Wednesday, 2 April 2014

Samsung, Apple back in court for a bit of tidying-up

It's not often that a Court of Appeal, England and Wales ruling is so short that it can fit neatly into a blog post. However, yesterday that court delivered a mini-judgment (really a judgment on the form of an order) in Samsung Electronics Co Ltd v Apple Retail UK Ltd & Another [2014] EWCA Civ 376.  As the judgment, delivered on behalf of the court by Lord Justice Kitchin, indicates, this is very much a matter of tidying up some unfinished business:

This is the judgment of the Court. On 11 March 2014 we gave judgment providing our reasons for allowing an application by Samsung for an adjournment of this appeal and dismissing an application by Apple for an order requiring Samsung in substance to elect between this appeal and its central amendment applications [this decision is reported in a guest PatLit post by Paul England, Taylor Wessing, here]. We invited the parties to agree a form of order reflecting our judgment. Regrettably [but not surprisingly, given the history of ill-feeling and lack of mutual respect and magnanimity that has pervaded the parties' relationship in recent times] that is not something they have been able to do. There are four [five?] issues in dispute and we will address them in turn.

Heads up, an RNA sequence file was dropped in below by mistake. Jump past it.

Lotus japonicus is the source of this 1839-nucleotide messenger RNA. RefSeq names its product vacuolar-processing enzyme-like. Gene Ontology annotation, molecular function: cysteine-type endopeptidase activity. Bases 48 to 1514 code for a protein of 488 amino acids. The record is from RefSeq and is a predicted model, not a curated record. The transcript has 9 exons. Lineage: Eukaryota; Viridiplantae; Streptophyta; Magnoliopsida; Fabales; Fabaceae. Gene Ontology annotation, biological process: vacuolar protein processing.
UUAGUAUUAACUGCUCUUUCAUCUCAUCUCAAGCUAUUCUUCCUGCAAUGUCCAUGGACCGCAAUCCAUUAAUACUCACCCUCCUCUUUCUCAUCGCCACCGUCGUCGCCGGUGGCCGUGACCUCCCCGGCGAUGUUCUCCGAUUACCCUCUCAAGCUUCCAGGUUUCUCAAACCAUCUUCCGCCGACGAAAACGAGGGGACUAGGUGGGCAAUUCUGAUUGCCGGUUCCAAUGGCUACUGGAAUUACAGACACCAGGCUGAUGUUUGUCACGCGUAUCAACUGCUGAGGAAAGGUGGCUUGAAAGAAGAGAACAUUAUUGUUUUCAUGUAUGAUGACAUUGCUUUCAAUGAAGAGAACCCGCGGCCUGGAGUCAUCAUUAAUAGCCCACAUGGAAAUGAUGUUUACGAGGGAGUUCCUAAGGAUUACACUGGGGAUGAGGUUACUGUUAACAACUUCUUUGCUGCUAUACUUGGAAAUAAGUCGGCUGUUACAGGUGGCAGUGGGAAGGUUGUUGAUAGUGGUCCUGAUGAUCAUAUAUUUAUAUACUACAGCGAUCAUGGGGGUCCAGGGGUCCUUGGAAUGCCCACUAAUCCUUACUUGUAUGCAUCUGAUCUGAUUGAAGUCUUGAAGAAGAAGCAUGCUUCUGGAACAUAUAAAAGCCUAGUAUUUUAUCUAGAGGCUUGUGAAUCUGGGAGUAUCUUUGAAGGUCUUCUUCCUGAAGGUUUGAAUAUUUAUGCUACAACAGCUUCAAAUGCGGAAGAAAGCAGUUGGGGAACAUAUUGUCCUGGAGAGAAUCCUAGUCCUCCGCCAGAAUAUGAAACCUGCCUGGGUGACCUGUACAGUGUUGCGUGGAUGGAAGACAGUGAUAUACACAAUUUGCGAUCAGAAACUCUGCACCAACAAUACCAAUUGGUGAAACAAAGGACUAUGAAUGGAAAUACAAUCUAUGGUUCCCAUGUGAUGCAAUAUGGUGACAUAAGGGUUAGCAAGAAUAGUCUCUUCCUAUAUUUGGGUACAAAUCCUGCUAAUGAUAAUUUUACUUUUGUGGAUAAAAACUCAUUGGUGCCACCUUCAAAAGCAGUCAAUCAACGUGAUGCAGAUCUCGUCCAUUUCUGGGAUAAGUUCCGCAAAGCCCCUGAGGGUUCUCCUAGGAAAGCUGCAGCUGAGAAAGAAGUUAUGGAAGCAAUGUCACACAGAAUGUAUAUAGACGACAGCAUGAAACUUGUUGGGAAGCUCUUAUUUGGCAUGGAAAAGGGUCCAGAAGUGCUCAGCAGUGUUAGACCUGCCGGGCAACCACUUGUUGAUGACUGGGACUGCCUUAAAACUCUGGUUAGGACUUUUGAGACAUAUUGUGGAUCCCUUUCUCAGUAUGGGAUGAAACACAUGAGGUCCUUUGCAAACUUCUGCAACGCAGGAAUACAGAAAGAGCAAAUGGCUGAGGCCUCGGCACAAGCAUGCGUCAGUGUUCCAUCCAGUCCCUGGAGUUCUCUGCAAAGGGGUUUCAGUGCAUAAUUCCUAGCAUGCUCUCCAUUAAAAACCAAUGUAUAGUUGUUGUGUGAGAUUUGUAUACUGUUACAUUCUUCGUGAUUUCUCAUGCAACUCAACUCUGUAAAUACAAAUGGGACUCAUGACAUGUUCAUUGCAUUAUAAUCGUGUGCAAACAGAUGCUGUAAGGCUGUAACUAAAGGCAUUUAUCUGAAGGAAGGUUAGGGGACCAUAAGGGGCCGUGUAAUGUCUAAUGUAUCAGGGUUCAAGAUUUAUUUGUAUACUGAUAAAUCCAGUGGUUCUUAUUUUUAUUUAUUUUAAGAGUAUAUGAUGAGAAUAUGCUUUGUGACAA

Single hearing?

On 10 March 2014 the EPO issued a communication stating that the central limitation application in respect of the 404 patent can be allowed. The EPO's initial response to the application in respect of the 726 patent has, however, been negative. Samsung is addressing the EPO's concerns but says it is likely that the final determination of that application will take a further few months. In these circumstances, Samsung submits that the substantive appeal in relation to the 404 patent should not be delayed pending the outcome of the application in relation to the 726 patent. It says that the appeals in relation to the two patents are materially different; that the patents relate to different technology; that at trial the patents were addressed by different legal teams and experts; and that the judge gave separate judgments in relation to them.